Sometimes I pay close attention to the details in my surroundings: the way the speckles in the concrete sidewalk glitters when it catches the light, the curves in the neon storefront signage, how a plane seems to catch on fire as it jets across the setting sun, and the ponytailed runners weaving through and around us at their iPod playlist's pace. Most of the times I turn inward. I think on an idea or let the thoughts come and go as they please. I remember moments or create whole new scenarios. If I'm battling through a dilemma, this is when my mind fiddles around with it, mulling it over and over until I've reached some better understanding. If there's a conversation that needs to happen or a topic I want to discuss on the blog, this is usually when I start formulating the words I will express. Walking is when I let my mind do cartwheels in my head.
When I worked at my first magazine job, I'd look forward to temperate evenings in the summer. That's when I'd walk from Times Square and up 3.5 miles all along Central Park West before catching the train the rest of the way home. (Once I walked the whole nine miles there!) I'd wander and wonder about work, life, nature, even the mindless act of putting one foot in front of the other. Zen podcasts would sometimes turn the hour into an on-the-go lesson on any number of self-awareness topics.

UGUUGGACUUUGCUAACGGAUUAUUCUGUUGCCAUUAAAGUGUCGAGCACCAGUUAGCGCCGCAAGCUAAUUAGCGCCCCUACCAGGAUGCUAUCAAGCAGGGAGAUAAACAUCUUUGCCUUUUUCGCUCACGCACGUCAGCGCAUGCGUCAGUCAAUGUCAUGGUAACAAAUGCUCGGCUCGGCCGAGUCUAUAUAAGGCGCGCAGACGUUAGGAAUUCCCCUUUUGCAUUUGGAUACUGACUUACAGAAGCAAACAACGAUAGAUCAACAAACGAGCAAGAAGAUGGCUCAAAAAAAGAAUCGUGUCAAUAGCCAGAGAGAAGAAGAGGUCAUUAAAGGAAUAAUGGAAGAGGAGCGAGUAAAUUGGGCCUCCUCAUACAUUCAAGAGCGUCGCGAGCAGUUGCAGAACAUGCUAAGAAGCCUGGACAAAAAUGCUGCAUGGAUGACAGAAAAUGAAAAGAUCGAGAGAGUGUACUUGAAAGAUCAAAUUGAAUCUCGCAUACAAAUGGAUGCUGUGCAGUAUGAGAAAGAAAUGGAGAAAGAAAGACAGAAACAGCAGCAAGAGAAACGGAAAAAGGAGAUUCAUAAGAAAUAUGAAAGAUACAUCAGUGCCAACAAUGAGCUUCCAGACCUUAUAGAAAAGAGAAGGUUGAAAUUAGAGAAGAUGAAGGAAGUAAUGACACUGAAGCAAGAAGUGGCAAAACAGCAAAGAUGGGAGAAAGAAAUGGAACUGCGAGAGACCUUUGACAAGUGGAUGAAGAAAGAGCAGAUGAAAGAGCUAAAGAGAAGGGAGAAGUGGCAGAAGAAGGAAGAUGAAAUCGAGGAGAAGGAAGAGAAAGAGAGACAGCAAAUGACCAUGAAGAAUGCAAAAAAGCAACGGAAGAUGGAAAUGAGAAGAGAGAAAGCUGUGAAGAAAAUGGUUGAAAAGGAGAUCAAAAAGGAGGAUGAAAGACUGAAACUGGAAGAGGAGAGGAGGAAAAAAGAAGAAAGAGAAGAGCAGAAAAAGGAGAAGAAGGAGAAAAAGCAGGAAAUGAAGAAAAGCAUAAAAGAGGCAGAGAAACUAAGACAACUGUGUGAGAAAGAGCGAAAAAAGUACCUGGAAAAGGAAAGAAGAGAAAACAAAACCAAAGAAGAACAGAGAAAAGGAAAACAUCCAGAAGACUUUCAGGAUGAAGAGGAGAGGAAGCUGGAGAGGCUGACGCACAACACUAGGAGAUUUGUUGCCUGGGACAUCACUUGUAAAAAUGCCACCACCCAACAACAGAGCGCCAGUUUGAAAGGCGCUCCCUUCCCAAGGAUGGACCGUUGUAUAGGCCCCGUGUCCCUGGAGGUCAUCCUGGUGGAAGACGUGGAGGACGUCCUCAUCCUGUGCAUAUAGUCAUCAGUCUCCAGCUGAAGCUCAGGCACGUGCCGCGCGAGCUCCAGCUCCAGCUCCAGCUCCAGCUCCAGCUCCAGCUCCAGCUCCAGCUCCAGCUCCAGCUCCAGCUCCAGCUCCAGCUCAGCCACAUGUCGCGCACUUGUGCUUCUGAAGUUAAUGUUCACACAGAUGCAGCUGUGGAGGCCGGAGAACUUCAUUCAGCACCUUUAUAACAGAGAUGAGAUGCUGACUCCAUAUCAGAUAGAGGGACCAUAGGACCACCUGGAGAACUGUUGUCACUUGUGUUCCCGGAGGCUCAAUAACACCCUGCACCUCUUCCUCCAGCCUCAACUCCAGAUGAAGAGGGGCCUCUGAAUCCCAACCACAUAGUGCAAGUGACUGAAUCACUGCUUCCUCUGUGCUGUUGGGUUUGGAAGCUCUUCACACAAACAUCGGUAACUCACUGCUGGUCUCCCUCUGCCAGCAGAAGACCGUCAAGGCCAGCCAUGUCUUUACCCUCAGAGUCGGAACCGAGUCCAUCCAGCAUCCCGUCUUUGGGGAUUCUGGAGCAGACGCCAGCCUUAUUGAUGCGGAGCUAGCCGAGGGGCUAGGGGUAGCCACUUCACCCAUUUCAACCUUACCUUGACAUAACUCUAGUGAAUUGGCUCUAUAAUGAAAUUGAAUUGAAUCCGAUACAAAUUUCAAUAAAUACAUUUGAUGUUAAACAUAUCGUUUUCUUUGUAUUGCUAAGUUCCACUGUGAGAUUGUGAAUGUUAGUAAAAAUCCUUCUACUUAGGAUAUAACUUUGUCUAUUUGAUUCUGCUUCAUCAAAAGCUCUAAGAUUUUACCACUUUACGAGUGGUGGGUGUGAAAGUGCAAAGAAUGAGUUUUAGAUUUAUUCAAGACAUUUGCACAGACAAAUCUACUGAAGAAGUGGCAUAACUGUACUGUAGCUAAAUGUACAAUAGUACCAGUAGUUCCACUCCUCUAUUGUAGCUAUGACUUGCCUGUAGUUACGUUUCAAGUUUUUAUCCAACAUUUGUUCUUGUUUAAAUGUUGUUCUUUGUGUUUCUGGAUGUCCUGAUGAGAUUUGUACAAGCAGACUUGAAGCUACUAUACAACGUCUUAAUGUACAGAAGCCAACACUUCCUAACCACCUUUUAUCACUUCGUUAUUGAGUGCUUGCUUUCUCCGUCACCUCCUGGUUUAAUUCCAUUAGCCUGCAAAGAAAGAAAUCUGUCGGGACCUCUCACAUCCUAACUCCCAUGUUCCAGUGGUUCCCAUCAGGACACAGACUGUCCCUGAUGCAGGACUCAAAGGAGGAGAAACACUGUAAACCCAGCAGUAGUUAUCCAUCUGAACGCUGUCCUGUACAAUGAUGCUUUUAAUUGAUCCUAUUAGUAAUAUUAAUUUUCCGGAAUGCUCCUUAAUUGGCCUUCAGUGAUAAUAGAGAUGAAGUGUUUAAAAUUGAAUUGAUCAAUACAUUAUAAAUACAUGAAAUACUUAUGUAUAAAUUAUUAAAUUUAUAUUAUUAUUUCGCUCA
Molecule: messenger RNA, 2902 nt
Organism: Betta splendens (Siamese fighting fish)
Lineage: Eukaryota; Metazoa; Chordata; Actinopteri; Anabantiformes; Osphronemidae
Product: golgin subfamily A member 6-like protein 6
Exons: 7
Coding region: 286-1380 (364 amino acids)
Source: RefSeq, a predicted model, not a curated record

Even if the route is the same, everything else is different. The people I cross paths with are different, the sky is different, I'm different. Depending on my mental and physical state, I might experience the walk in a new way day after day. Not only will I be exposed to new catalysts, but the thoughts I come away with because of them will be different every single time.
I recently discovered that Maira Kalman feels the way I do. In THNKR's interview with the artist/author for its Epiphany series, Kalman shares her feelings on walking and movement as a way of generating creativity and awareness.
"I'm always aware of the vulnerability of people and the heroism, the struggle to walk down the street, the choice of clothing, where are they going, what are they doing, who are they talking to. Walking enables your senses to really pick up lots of things and you can feel your body going through space," she says. "Walking clears your brain and fills your soul and makes you quite happy actually. A lot of what my work is is waiting for the unexpected and to be surprised, to be walking down the street and to not know what I'm going to see and go, 'Oh! A ha! That's what I was going to see today. That's what I was supposed to see today.'"
But my boyfriend, who hails from a land where everyone drives (Los Angeles), does not see traveling à pied the way I do. To A., walking without a destination is merely a vehicle towards Tiredville and he'd rather know exactly where Point B lies.
"Yes, but walk where?" he always replies to my invitations.
"Anywhere," I respond. How else will we stumble upon something new if we always know where we're going?
Walking and exploring is how we happened upon the best gelateria in the middle of Berlin and how we found ourselves having a wooden sword fight in a Florentine toy store. If we don't allow for the spontaneous, we will always know what to expect at the end of the journey, never leaving room for serendipity to step in.